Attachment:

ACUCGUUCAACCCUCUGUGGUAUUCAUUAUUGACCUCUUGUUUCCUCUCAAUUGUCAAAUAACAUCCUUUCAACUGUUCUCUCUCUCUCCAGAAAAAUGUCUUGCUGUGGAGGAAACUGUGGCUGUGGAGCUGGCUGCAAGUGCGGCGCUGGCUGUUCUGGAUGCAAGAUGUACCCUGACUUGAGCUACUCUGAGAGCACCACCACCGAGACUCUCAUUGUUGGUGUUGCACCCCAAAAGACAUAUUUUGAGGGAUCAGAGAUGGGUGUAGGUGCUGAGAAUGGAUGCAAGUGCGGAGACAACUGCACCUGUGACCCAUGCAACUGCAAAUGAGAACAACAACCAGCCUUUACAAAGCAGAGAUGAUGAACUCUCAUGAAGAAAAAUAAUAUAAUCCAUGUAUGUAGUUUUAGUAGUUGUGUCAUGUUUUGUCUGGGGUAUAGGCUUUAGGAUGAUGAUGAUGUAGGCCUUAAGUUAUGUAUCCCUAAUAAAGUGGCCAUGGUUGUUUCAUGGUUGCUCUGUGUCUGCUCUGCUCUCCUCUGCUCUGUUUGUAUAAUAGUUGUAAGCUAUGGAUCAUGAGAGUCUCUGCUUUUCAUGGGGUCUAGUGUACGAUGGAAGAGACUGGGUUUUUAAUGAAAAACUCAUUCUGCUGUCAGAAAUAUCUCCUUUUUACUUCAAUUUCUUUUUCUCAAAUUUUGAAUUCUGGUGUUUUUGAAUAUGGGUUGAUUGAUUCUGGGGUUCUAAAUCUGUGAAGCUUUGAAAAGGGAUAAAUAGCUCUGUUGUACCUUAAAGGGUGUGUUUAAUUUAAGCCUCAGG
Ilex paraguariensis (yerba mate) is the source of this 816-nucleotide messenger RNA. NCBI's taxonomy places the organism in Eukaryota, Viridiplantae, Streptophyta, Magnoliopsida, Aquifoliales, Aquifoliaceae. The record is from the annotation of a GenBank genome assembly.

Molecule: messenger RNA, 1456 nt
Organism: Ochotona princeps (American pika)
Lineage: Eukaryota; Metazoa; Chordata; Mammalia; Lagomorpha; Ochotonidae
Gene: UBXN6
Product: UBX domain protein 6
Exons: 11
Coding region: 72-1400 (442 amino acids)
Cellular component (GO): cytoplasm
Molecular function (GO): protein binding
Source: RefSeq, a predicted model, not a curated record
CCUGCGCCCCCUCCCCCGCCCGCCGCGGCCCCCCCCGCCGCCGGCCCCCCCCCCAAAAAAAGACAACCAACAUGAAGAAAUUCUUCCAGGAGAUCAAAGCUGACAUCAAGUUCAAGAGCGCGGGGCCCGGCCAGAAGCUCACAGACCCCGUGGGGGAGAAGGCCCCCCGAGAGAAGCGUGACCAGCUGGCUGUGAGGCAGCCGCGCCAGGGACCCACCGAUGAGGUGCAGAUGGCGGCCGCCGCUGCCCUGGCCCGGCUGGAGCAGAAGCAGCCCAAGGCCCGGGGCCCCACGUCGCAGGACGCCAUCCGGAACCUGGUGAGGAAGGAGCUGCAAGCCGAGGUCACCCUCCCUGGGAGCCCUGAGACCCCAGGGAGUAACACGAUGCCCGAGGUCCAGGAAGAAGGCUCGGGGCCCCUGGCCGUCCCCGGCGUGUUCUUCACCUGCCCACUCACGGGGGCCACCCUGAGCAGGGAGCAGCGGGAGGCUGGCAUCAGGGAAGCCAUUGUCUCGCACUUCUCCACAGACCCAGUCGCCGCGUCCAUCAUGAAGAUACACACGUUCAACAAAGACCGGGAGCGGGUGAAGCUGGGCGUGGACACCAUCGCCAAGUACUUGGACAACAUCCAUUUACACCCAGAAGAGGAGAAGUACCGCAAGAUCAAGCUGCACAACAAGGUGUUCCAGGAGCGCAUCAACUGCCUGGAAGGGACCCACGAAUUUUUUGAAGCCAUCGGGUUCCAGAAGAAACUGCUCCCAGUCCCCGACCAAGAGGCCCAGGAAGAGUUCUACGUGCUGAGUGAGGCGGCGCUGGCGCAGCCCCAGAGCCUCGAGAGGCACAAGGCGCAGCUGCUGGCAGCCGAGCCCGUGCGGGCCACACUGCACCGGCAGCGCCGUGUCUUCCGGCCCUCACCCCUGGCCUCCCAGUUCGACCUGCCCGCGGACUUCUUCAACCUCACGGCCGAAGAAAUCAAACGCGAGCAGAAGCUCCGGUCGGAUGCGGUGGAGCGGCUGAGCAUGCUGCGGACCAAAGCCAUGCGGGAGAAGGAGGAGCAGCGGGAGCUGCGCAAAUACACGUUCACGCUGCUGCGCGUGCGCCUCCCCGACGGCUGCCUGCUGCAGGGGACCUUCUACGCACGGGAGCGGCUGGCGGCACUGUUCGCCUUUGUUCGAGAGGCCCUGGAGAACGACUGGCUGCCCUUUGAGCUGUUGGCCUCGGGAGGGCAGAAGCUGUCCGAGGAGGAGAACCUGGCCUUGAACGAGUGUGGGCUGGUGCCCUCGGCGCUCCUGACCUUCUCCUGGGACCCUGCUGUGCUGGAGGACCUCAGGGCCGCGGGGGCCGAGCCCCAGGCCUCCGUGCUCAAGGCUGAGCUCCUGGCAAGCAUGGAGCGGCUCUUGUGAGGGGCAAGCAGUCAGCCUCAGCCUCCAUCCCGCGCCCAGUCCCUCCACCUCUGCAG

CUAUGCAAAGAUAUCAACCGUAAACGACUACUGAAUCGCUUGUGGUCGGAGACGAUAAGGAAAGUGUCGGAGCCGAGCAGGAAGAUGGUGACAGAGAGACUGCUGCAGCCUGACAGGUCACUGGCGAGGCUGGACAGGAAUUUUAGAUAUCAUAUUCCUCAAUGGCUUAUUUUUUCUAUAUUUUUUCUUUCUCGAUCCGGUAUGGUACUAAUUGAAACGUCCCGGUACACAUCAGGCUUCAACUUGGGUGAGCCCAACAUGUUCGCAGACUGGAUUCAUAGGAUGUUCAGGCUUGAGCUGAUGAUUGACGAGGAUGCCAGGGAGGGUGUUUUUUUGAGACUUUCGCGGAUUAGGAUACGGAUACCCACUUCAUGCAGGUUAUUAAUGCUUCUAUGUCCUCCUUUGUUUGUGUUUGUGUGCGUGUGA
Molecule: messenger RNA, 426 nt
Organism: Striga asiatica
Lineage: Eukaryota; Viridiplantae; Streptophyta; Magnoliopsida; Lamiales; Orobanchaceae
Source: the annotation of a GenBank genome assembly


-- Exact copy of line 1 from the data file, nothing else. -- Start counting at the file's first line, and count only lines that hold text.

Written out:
ACUCGUUCAACCCUCUGUGGUAUUCAUUAUUGACCUCUUGUUUCCUCUCAAUUGUCAAAUAACAUCCUUUCAACUGUUCUCUCUCUCUCCAGAAAAAUGUCUUGCUGUGGAGGAAACUGUGGCUGUGGAGCUGGCUGCAAGUGCGGCGCUGGCUGUUCUGGAUGCAAGAUGUACCCUGACUUGAGCUACUCUGAGAGCACCACCACCGAGACUCUCAUUGUUGGUGUUGCACCCCAAAAGACAUAUUUUGAGGGAUCAGAGAUGGGUGUAGGUGCUGAGAAUGGAUGCAAGUGCGGAGACAACUGCACCUGUGACCCAUGCAACUGCAAAUGAGAACAACAACCAGCCUUUACAAAGCAGAGAUGAUGAACUCUCAUGAAGAAAAAUAAUAUAAUCCAUGUAUGUAGUUUUAGUAGUUGUGUCAUGUUUUGUCUGGGGUAUAGGCUUUAGGAUGAUGAUGAUGUAGGCCUUAAGUUAUGUAUCCCUAAUAAAGUGGCCAUGGUUGUUUCAUGGUUGCUCUGUGUCUGCUCUGCUCUCCUCUGCUCUGUUUGUAUAAUAGUUGUAAGCUAUGGAUCAUGAGAGUCUCUGCUUUUCAUGGGGUCUAGUGUACGAUGGAAGAGACUGGGUUUUUAAUGAAAAACUCAUUCUGCUGUCAGAAAUAUCUCCUUUUUACUUCAAUUUCUUUUUCUCAAAUUUUGAAUUCUGGUGUUUUUGAAUAUGGGUUGAUUGAUUCUGGGGUUCUAAAUCUGUGAAGCUUUGAAAAGGGAUAAAUAGCUCUGUUGUACCUUAAAGGGUGUGUUUAAUUUAAGCCUCAGG